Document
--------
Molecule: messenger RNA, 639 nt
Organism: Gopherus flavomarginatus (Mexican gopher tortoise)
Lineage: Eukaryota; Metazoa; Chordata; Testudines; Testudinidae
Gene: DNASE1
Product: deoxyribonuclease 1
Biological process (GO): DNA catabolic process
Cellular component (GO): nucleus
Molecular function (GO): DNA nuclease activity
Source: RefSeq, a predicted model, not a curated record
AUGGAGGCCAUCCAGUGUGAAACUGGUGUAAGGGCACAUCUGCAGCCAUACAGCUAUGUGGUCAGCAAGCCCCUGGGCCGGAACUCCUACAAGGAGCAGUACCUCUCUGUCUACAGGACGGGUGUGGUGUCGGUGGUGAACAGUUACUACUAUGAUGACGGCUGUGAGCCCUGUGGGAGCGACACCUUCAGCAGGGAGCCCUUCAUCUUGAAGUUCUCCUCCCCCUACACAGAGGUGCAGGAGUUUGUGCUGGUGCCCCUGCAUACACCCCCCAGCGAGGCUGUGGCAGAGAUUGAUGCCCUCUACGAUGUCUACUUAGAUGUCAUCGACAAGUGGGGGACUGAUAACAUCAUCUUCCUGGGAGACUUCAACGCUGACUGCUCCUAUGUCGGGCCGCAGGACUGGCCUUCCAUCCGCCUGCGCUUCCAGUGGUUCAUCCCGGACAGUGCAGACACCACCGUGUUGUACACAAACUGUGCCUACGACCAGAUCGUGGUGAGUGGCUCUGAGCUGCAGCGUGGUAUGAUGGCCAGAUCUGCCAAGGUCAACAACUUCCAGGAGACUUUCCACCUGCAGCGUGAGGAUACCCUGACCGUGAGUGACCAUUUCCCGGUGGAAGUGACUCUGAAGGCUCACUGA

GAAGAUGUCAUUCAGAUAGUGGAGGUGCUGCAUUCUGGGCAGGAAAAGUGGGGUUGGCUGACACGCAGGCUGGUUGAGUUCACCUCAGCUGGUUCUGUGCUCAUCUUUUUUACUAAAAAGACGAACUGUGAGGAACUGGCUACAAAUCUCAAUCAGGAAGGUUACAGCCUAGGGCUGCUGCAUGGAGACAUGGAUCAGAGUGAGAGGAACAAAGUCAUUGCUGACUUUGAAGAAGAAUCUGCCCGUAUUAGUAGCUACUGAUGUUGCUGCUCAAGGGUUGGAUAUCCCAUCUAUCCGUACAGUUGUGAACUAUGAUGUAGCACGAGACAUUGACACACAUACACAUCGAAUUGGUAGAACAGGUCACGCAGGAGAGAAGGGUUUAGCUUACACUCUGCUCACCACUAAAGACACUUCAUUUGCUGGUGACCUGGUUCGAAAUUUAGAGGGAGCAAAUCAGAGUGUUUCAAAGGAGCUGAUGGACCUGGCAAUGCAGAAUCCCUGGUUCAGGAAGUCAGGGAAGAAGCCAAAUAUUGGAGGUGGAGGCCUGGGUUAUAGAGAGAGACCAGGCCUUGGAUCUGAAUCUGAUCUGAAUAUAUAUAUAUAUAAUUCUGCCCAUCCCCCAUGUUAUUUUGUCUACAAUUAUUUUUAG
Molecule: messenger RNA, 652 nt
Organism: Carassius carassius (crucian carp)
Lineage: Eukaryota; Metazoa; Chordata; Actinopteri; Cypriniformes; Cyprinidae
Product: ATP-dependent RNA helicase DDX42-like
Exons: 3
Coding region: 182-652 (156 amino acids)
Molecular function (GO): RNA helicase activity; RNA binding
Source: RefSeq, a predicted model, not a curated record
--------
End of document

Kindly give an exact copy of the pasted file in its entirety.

Molecule: messenger RNA, 639 nt
Organism: Gopherus flavomarginatus (Mexican gopher tortoise)
Lineage: Eukaryota; Metazoa; Chordata; Testudines; Testudinidae
Gene: DNASE1
Product: deoxyribonuclease 1
Biological process (GO): DNA catabolic process
Cellular component (GO): nucleus
Molecular function (GO): DNA nuclease activity
Source: RefSeq, a predicted model, not a curated record
AUGGAGGCCAUCCAGUGUGAAACUGGUGUAAGGGCACAUCUGCAGCCAUACAGCUAUGUGGUCAGCAAGCCCCUGGGCCGGAACUCCUACAAGGAGCAGUACCUCUCUGUCUACAGGACGGGUGUGGUGUCGGUGGUGAACAGUUACUACUAUGAUGACGGCUGUGAGCCCUGUGGGAGCGACACCUUCAGCAGGGAGCCCUUCAUCUUGAAGUUCUCCUCCCCCUACACAGAGGUGCAGGAGUUUGUGCUGGUGCCCCUGCAUACACCCCCCAGCGAGGCUGUGGCAGAGAUUGAUGCCCUCUACGAUGUCUACUUAGAUGUCAUCGACAAGUGGGGGACUGAUAACAUCAUCUUCCUGGGAGACUUCAACGCUGACUGCUCCUAUGUCGGGCCGCAGGACUGGCCUUCCAUCCGCCUGCGCUUCCAGUGGUUCAUCCCGGACAGUGCAGACACCACCGUGUUGUACACAAACUGUGCCUACGACCAGAUCGUGGUGAGUGGCUCUGAGCUGCAGCGUGGUAUGAUGGCCAGAUCUGCCAAGGUCAACAACUUCCAGGAGACUUUCCACCUGCAGCGUGAGGAUACCCUGACCGUGAGUGACCAUUUCCCGGUGGAAGUGACUCUGAAGGCUCACUGA

GAAGAUGUCAUUCAGAUAGUGGAGGUGCUGCAUUCUGGGCAGGAAAAGUGGGGUUGGCUGACACGCAGGCUGGUUGAGUUCACCUCAGCUGGUUCUGUGCUCAUCUUUUUUACUAAAAAGACGAACUGUGAGGAACUGGCUACAAAUCUCAAUCAGGAAGGUUACAGCCUAGGGCUGCUGCAUGGAGACAUGGAUCAGAGUGAGAGGAACAAAGUCAUUGCUGACUUUGAAGAAGAAUCUGCCCGUAUUAGUAGCUACUGAUGUUGCUGCUCAAGGGUUGGAUAUCCCAUCUAUCCGUACAGUUGUGAACUAUGAUGUAGCACGAGACAUUGACACACAUACACAUCGAAUUGGUAGAACAGGUCACGCAGGAGAGAAGGGUUUAGCUUACACUCUGCUCACCACUAAAGACACUUCAUUUGCUGGUGACCUGGUUCGAAAUUUAGAGGGAGCAAAUCAGAGUGUUUCAAAGGAGCUGAUGGACCUGGCAAUGCAGAAUCCCUGGUUCAGGAAGUCAGGGAAGAAGCCAAAUAUUGGAGGUGGAGGCCUGGGUUAUAGAGAGAGACCAGGCCUUGGAUCUGAAUCUGAUCUGAAUAUAUAUAUAUAUAAUUCUGCCCAUCCCCCAUGUUAUUUUGUCUACAAUUAUUUUUAG
Molecule: messenger RNA, 652 nt
Organism: Carassius carassius (crucian carp)
Lineage: Eukaryota; Metazoa; Chordata; Actinopteri; Cypriniformes; Cyprinidae
Product: ATP-dependent RNA helicase DDX42-like
Exons: 3
Coding region: 182-652 (156 amino acids)
Molecular function (GO): RNA helicase activity; RNA binding
Source: RefSeq, a predicted model, not a curated record